WALWYN, Thomas I (d.1444), of Stoke Edith, Herefs.

Published in The History of Parliament: the House of Commons 1386-1421, ed. J.S. Roskell, L. Clark, C. Rawcliffe., 1993
Available from Boydell and Brewer



Family and Education

s. and h. of John Walwyn of Stoke Edith. m. by 1431, Margaret,2 s.p.

Offices Held


The Walwyns were an ancient marcher family, descended from one Philip Walwyn who held Walwyns castle, Pembrokeshire, and lands in the neighbourhood of Hay-on-Wye, Breconshire, in the reign of William Rufus. Thomas himself was the son of the John Walwyn who, having proved his age in 1362, then inherited the chief family manor of Stoke Edith. Nothing of significance is known about his early life, but by 1391 (as Thomas Walwyn junior) he was an esquire in the household of Bishop John Trefnant of Hereford. (In January of that year he was in attendance at the episcopal palace of Whitbourne when the lollard, Walter Brut, made some of his heretical statements.) It appears to have been Thomas of Stoke Edith who, as a King’s esquire, was specially granted robes of the royal livery in February 1394. But, although he crossed to Ireland in Richard II’s train later that year, he must have come home before the King, for it was undoubtedly he who was elected to the Parliament of 1395. Indeed, on 29 Jan., during the session, he was present in ‘quadam alta camera’ in the palace of Westminster when Bishop Trefnant lodged a complaint with Archbishop Courtenay against John Prophet, dean of Hereford and clerk of the privy seal, regarding the latter’s right to hold a certain prebend; and later that same day he was also present at Trefnant’s London hospice when the dispute underwent further developments. He evidently maintained his links with the bishop, for in March 1404 he was named as one of the executors of his will, along with his relation, William Walwyn. Subsequently, both he and William were among those appointed by Trefnant’s successor, Bishop Robert Mascall, to take action for the defence of the episcopal stronghold of Bishop’s Castle against the Welsh rebels. In December 1405, along with his father, John, his brother, Richard, and William Walwyn, Thomas obtained the reversion of moieties of the manors of Wellington and Fownhope, Herefordshire, after the death of Sir John Chandos* and his wife.3

To what extent, if any, this Thomas Walwyn was involved in county administration is unclear, for his career in this field is virtually impossible to disentangle from that of his older relation Thomas Walwyn II* of Much Marcle, with whom he was sometimes associated. The latter had, indeed, as sheriff of Herefordshire, presided over his single election to Parliament. In March 1408, as Thomas junior, he was a surety when his namesake of Much Marcle obtained a royal lease of the custody of the alien priory of Wootton Wawen, Warwickshire. A month later, similarly described, he received a legacy of £40 (‘to his furtheryng’) in the will of William Beauchamp, Lord Abergavenny, whom the elder Thomas served as both feoffee and executor. Finally, in 1415, our Member took on the executorship of his kinsman’s will.4 From then on the path of his career is easier to follow. He inherited Stoke Edith on his father’s death in late 1416, and was present at the Herefordshire elections to the Parliaments of 1420, 1422 and 1426. In 1429, following the death of Sir John Chandos, the moieties of Wellington and Fownhope passed to him and his brother, as only surviving trustees. Two years later he put Stoke Edith into the hands of feoffees to his own and his wife Margaret’s use. In May 1434, along with five other members of his family, he took the oath ordered by Parliament against the use of maintenance in support of those who broke the peace. Walwyn died at an advanced age on 13 Apr. 1444, leaving as his heir his brother, Richard Walwyn of Lugwardyn, himself over 60.5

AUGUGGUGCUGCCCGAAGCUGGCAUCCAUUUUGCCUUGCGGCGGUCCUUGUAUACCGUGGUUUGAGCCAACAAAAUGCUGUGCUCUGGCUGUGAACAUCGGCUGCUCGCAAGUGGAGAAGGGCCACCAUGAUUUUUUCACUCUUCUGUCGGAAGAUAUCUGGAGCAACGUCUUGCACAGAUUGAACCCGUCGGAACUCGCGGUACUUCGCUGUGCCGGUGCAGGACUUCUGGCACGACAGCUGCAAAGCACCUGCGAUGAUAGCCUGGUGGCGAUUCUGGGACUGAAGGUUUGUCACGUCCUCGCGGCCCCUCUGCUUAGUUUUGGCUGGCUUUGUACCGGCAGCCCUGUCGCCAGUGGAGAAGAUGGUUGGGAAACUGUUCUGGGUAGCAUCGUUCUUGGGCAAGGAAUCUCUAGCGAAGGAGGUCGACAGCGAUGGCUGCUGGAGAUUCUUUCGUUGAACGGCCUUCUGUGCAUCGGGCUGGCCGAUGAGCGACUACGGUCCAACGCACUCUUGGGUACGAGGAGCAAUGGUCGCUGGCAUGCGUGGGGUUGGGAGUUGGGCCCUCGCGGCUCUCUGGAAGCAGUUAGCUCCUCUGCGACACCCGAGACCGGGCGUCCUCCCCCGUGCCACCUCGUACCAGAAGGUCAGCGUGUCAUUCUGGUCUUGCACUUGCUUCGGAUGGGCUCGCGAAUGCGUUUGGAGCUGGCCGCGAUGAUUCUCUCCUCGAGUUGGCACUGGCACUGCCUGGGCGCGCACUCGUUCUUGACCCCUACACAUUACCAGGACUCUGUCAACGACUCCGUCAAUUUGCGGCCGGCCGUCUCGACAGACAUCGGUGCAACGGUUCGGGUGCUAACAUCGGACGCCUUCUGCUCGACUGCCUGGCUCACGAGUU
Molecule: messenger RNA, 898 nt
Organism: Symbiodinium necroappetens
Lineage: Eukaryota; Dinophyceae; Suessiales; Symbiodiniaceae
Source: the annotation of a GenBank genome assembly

Ref Volumes: 1386-1421

Author: Charles Kightly


  • 1. As ‘of Stoke Edith’.
  • 2. The pedigree given in M.G. Watkins, Herefs. (Radlow), 102, 107, is demonstrably erroneous. Cal. Hereford Cathedral Muns. (NLW 1955), iii. 302, 2082; CFR, xiv. 191; PCC 32 Marche.
  • 3. Watkins, 99-101; J. Leland, Itin. ed. Toulmin Smith, iii. 111; CCR, 1360-4, p. 347; Reg. Trefnant (Canterbury and York Soc. xx), 69, 169, 285; Reg. Mascall (ibid. xxi), 5; CPR, 1391-6, p. 382; 1405-8, p. 246; 1416-22, pp. 51, 68; Cal. Hereford Cathedral Muns. iii. 2695A; Lambeth Pal. Lib. Reg. Arundel, i. f. 207.
  • 4. CFR, xiii. 101-2; Reg. Arundel, ii. f. 56.
  • 5. CFR, xiv. 147, 191; xvii. 275; C138/19/22; C219/12/4, 13/1, 4; Reg. Lacy (Canterbury and York Soc. xxii), 114; CCR, 1422-9, p. 427; CPR, 1429-36, pp. 143, 376; C139/113/13.